The Reformation and subsequent counter-reformation encompass some of the most sweeping religious, social, and political transitions of the Renaissance era. Both movements exert a profound influence on the music of that time. We will actually explore some of the effects of the Protestant Reformation on music, specifically those put forward by Martin Luther, a little later when we study the cantatas of J.S. Bach in the Baroque. For now, an overview of the Reformation will suffice. As you read here, notice the mention of the role of the printing press and the Catholic Church’s response, the counter-reformation. The next page will focus on the counter-reformation and its effects on Renaissance music, specifically that of Giovanni Pierluigi da Palestrina.
The Protestant Reformation, often referred to simply as the Reformation, was the schism within Western Christianity initiated by Martin Luther, John Calvin, Huldrych Zwingli and other early Protestant Reformers.
Although there had been significant earlier attempts to reform the Roman Catholic Church before Luther—such as those of Jan Hus, Peter Waldo, and John Wycliffe—it is Martin Luther who is widely acknowledged to have started the Reformation with his 1517 work The Ninety-Five Theses. Luther began by criticizing the selling of indulgences, insisting that the Pope had no authority over purgatory and that the Catholic doctrine of the merits of the saints had no foundation in the gospel. The attacks widened to cover many of the doctrines and devotional Catholic practices. The new movement within Germany diversified almost immediately, and other reform impulses arose independently of Luther. The largest groupings were the Lutherans and Calvinists, or Reformed. Lutheran churches were founded mostly in Germany, the Baltics and Scandinavia, while the Reformed ones were founded in France, Switzerland, Hungary, the Netherlands and Scotland. The new movement influenced the Church of England decisively after 1547 under Edward VI and Elizabeth I, although the national church had been made independent under Henry VIII in the early 1530s for political rather than religious reasons. There were also reformation movements throughout continental Europe known as the Radical Reformation, which gave rise to the Anabaptist, Moravian, and other Pietisticmovements.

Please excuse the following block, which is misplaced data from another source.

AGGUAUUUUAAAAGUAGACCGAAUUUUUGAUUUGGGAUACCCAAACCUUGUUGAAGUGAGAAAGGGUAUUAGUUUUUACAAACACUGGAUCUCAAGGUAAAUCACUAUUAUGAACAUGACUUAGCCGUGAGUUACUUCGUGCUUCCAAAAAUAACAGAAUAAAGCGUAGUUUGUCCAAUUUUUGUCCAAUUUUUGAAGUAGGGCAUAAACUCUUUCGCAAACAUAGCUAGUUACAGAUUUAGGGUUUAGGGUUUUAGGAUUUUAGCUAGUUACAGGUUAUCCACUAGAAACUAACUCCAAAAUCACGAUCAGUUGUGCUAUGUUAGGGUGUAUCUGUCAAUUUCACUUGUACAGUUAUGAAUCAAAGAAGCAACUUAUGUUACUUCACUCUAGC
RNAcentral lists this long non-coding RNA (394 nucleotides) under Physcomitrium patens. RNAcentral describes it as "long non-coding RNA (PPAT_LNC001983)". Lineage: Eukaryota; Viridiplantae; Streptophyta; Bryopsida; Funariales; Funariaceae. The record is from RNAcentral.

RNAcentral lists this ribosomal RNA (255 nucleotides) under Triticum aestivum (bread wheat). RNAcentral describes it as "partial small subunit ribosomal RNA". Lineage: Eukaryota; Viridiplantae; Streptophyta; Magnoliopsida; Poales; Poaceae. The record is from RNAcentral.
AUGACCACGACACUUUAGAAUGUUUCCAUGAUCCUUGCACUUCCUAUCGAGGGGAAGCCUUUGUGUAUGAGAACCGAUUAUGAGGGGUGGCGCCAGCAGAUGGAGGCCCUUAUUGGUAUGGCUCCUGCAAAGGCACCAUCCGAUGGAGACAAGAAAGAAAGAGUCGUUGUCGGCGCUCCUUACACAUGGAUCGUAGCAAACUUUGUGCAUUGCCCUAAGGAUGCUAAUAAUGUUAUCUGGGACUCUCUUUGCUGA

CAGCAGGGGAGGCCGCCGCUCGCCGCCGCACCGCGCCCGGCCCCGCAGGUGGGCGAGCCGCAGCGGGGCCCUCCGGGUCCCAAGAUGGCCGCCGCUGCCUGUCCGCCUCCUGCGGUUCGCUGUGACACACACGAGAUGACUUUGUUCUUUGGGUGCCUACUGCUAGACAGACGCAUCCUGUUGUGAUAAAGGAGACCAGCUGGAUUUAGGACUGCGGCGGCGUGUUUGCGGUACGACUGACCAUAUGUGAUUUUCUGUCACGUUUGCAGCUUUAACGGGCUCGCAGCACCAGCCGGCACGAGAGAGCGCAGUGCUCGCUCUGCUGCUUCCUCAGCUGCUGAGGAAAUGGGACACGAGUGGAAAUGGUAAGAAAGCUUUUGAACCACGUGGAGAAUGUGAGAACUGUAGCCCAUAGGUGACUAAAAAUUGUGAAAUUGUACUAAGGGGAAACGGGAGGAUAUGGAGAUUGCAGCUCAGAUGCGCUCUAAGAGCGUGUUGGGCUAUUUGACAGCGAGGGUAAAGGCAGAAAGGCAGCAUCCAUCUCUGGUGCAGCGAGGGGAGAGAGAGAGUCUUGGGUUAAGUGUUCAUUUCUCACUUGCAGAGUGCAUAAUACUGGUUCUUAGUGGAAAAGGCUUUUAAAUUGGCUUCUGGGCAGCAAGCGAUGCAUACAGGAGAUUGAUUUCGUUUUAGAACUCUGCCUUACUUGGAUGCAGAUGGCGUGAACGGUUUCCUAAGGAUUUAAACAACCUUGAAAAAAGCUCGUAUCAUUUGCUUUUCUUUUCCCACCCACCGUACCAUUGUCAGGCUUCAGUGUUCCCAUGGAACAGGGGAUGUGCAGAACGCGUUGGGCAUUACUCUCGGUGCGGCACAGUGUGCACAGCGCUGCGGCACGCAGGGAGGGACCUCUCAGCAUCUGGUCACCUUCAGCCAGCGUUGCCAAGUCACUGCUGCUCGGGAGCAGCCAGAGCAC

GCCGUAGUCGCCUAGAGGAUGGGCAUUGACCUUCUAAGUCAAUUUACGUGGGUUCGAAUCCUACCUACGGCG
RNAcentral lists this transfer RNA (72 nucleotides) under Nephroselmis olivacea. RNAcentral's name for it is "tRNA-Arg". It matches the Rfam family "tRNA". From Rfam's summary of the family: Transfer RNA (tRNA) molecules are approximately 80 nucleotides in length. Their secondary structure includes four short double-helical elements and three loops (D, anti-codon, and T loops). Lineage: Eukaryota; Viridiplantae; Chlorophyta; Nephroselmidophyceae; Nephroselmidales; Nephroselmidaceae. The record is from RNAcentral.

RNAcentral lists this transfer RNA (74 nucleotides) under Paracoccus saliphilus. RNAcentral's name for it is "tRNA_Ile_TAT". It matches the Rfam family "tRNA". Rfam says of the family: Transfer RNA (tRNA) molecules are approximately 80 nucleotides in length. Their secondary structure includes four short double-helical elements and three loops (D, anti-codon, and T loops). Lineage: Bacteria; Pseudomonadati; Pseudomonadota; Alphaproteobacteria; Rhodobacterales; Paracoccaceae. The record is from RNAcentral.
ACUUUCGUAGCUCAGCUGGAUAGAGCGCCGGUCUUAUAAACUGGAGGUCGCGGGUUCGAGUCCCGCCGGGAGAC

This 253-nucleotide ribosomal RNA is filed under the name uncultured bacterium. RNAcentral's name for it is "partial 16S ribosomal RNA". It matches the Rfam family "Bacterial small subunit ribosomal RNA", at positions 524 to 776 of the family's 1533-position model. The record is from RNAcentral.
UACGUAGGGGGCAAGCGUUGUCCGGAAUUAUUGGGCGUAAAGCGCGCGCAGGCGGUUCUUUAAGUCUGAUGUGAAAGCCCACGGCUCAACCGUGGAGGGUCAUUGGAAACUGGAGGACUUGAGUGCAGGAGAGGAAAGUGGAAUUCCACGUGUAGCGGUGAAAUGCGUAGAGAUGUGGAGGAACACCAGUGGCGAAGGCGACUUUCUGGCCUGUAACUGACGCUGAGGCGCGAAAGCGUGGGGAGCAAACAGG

Although the core motivation behind these changes was theological, many other factors played a part, including the rise of nationalism, the Western Schism which eroded people’s faith in the Papacy, the corruption of the Curia, and the new learning of the Renaissance which questioned much traditional thought. On a technological level the spread of the printing press provided the means for the rapid dissemination of religious materials in the vernacular.
The Roman Catholic Church responded with a Counter-Reformation initiated by the Council of Trent. Much work in battling Protestantism was done by the well-organized new order of the Jesuits. In general, Northern Europe, with the exception of most of Ireland, came under the influence of Protestantism. Southern Europe remained Roman Catholic, while Central Europe was a site of a fierce conflict, culminating in the Thirty Years’ War, which left it massively devastated.